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Stuart Brown
Stuart Brown

Play, Yes, You Must

Why play allows changes and prepares us for the unexpected.

Change is the mantra of the age of Obama. But what essential aspects of human nature best prepare us for change and for the unexpected? The world is now particularly fragile economically and braced for major stress and transformation. A new Science of Play is emerging that, I believe, provides an effective foundation that, if fully embraced, will facilitate healthy changes required for major societal change without catastrophe.

A close look at the evolution of play behavior, an instinctive force that becomes more complex the smarter and more social the creature, reveals important long-term survival data, based on our biological design.

It has been long known that the brain stem of all vertebrates, that part above the spinal cord and below the cerebral cortex and other higher centers, contains the essentials for survival, such as regulation of respiration, and the initiation of sleep-dream-waking cycles. Major disruption of any of these centers results in death. (though it takes a couple of weeks of sleep deprivation to kill you) These survival structures, though influenced and interactive with the environment nonetheless operate automatically. One doesn’t think about how to dilate or constrict one’s pupil as light intensity changes. All of these survival elements are similar in mammals, and their cellular architecture, and neurotransmitters are virtually identical. Each has a fascinating evolutionary history, now allowing comparative biologists to see our human similarities to other like endowed creatures. What is currently not appreciated, is that the structures that initiate and foster play are also located in the brain stem.

So what has this got to do with our capacity for adaptive change? Plenty.

For example, in detailed studies of play behavior, it can be shown that when infant rats have their brain cortex removed, these decoriticated rats spontaneously engage vigorously in rat rough and tumble play. This demonstrates that at least this form of universally seen play behavior in social mammals is triggered from the brain stem-survival centers.

Living without a cortex is bizarre. However, there is more to the story. Without their cortex, rats can’t learn the basics of how to survive in a complicated rat culture. They cannot mate, they cannot tell friend from foe, so the usual learning process that rough and tumble rat play provides requires cortical learning and integration.

OK, again, so what?

Well, if normal rats with an intact brain are not allowed to engage in rough and tumble play, guess what happens? They behave socially as if they were without a cortex! They can’t mate, and can’t tell friend from foe. So play behavior, rising from primal brain stem structures and of ancient evolutionary design feeds the higher centers and enables and crafts the social brain. And it is a necessary survival drive. The experience of rough and tumble rat play teaches the rats how to mate, and how to socialize as adults. This allows reproduction and the avoidance of fellow rat attacks. And much more. That this is primal survival behavior in rats may seem an interesting and potentially cruel behaviorists way to study rat play behavior, and at first glance may seem very distant from the reality of human play. However,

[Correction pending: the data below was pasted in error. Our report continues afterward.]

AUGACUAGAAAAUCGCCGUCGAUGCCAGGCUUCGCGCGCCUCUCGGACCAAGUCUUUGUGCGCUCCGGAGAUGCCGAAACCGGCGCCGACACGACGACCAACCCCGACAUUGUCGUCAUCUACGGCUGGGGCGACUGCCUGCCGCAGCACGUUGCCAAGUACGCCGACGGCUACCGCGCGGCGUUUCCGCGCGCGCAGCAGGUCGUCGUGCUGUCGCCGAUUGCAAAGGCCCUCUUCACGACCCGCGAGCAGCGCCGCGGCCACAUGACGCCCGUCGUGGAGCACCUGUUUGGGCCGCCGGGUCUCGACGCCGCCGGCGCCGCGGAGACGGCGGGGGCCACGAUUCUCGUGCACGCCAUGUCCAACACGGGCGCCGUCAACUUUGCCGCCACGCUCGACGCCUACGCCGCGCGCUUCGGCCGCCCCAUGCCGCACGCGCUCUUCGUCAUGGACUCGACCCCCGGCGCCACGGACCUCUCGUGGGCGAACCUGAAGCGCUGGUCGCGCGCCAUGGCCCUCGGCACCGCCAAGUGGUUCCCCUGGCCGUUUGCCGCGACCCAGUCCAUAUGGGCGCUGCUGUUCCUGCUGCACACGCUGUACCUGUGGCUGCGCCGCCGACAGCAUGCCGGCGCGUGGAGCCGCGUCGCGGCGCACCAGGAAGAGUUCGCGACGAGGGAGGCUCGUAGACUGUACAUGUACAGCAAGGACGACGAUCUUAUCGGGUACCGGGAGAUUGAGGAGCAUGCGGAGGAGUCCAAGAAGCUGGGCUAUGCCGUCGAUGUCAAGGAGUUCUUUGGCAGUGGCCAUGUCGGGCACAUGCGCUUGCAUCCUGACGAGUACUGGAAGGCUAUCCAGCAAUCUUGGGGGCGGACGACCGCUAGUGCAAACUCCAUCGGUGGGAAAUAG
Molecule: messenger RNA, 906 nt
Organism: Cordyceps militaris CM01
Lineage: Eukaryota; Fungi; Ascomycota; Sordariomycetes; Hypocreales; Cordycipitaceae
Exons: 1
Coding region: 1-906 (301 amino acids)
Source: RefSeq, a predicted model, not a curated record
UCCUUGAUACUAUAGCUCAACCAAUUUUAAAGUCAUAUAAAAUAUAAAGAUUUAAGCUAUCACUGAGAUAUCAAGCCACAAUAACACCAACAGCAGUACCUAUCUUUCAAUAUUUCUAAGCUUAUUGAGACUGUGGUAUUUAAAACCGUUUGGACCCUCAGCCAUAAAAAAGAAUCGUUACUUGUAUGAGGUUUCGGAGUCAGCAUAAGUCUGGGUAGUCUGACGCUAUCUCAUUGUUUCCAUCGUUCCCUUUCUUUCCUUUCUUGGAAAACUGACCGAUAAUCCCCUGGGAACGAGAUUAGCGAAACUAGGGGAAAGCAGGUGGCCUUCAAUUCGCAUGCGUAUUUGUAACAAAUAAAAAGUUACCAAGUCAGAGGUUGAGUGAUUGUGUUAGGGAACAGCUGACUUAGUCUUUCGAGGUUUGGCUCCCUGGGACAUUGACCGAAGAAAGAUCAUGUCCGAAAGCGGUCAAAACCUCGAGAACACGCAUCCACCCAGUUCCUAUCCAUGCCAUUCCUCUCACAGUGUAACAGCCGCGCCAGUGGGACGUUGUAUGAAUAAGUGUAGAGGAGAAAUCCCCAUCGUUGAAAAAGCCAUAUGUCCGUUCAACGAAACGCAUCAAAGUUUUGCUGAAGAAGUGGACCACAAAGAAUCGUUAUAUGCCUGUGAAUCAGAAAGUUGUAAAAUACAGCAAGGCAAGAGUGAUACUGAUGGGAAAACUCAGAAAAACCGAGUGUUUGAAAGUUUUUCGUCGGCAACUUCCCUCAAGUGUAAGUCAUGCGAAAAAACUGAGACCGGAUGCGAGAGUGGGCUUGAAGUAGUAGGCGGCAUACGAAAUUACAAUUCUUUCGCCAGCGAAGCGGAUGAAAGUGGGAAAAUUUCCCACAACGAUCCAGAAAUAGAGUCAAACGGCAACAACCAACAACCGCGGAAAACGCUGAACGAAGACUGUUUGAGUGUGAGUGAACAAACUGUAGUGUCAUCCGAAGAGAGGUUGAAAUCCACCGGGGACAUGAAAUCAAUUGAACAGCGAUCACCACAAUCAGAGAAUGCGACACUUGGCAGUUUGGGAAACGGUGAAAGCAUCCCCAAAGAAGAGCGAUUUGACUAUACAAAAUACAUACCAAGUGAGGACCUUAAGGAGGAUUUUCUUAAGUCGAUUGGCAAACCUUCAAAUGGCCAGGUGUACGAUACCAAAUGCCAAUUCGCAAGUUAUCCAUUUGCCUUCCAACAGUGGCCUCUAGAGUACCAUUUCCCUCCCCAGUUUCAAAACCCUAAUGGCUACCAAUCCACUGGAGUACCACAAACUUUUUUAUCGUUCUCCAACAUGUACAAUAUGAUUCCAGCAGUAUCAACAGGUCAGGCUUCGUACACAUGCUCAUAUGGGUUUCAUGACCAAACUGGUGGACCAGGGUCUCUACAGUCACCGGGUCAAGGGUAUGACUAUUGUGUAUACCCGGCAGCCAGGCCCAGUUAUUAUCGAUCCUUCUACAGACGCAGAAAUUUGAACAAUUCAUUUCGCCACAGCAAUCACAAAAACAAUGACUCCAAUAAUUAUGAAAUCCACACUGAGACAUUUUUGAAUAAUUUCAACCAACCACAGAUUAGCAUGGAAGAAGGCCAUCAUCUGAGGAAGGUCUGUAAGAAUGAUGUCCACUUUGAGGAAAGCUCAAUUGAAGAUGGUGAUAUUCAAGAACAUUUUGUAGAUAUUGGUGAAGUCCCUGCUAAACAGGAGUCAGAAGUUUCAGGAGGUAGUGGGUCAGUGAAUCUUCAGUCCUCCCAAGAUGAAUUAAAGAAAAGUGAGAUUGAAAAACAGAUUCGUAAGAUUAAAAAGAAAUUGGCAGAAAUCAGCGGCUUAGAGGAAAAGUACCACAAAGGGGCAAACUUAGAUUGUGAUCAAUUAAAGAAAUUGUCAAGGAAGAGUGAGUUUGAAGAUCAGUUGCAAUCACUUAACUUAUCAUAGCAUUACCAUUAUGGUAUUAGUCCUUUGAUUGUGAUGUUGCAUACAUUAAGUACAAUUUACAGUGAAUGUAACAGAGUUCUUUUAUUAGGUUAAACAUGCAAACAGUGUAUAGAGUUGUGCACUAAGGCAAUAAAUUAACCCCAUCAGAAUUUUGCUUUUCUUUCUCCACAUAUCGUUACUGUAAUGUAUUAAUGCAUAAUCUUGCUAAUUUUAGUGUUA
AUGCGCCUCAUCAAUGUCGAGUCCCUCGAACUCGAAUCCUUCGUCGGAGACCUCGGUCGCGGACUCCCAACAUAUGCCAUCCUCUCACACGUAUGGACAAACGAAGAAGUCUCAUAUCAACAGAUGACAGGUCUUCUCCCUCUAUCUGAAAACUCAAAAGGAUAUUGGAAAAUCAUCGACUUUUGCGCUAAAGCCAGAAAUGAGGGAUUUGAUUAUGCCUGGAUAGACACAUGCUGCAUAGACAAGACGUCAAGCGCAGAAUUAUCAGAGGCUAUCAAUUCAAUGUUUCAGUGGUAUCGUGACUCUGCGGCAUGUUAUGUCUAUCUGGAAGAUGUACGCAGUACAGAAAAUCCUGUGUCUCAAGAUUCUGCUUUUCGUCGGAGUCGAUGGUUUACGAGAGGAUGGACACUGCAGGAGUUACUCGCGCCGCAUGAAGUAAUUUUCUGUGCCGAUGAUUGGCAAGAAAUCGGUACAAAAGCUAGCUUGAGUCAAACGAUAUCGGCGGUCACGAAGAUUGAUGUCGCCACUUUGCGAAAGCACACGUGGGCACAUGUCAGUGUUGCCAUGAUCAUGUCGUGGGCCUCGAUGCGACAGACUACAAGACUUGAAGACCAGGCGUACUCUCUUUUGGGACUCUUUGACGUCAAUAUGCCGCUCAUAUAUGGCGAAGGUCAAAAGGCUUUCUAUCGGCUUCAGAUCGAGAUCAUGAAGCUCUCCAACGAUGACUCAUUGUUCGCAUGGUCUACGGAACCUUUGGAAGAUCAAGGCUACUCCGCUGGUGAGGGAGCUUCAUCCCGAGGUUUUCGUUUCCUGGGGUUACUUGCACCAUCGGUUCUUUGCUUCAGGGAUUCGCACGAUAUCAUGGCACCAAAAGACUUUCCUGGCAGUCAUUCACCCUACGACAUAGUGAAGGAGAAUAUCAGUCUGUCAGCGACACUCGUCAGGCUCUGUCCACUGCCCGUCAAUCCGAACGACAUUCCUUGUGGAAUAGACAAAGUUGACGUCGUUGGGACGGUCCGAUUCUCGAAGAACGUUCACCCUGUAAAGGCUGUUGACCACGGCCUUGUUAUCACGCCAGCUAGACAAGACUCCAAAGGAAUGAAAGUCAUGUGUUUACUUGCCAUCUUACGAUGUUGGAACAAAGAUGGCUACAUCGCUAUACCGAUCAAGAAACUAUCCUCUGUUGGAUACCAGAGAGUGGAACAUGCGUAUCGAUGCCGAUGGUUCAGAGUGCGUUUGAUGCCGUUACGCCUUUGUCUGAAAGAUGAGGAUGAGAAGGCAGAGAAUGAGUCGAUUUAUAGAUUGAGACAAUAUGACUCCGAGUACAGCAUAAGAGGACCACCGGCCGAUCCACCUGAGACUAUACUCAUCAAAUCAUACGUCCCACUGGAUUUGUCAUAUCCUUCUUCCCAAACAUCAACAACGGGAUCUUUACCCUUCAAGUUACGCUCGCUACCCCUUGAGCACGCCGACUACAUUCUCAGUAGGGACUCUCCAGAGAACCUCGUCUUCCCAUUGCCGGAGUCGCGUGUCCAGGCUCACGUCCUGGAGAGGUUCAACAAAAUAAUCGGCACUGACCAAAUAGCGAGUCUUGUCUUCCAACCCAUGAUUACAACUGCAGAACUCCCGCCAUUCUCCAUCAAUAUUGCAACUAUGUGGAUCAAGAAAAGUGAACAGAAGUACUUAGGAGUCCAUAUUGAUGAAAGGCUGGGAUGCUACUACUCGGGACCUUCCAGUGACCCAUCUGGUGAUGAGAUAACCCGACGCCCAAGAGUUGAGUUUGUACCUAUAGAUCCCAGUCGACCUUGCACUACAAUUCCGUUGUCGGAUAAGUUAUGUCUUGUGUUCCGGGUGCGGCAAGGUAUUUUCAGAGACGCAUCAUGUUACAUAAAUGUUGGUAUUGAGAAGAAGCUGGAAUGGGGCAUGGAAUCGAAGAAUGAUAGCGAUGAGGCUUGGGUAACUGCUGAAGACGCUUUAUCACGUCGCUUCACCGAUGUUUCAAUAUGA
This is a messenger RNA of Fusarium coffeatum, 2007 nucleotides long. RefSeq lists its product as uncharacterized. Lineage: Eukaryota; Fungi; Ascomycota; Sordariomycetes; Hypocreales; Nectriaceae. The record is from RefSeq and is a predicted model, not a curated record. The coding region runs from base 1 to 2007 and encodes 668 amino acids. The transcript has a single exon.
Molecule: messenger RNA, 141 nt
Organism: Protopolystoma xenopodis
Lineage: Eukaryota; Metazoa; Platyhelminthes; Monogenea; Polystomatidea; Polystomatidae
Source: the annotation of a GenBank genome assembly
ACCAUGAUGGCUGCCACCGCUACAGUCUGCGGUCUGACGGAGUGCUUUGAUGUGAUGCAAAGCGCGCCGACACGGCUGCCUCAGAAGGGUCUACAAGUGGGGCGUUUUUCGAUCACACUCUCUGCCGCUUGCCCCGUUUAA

I studied a group of young murderers many years ago in Texas, well before these rat studies were conducted and published. Among many findings was the observation that none of these murderers had engaged in normal rough and tumble play when growing up, as compared to a large matched group also under study. Since then, the human clinical data on the importance of rough and tumble play in the development of social competency has been affirmed.

When we are deprived of sleep, food or water, we suffer the consequences rather quickly and have physiologic sensors that tell us we are in trouble. Not so with play deprivation. Its effects, unless play is profoundly suppressed or absent in infancy and early childhood, are delayed. So the fact we do not die of play deprivation does not mean it is not essential to long-term survival. Play differs from the other evolutionary hard-wired brain stem mechanisms, but it nonetheless is very ancient and profoundly necessary. Ponder for a minute what life would be like without play? Or better, what are the attributes that a fulsome play life provides?

For humans (and other most advanced social mammals) play provides trust, empathy, fair play, perseverance, optimism, resiliency, physical well-being, and much more.

Future entries will outline each of these benefits in more detail, and also demonstrate the urgency of providing adequate understanding of play throughout any human life cycle, as it is necessary for enabling change, and sustaining the will and spirit to enact it.

About the Author
Stuart Brown

Stuart Brown is the founder and president of The National Institute for Play.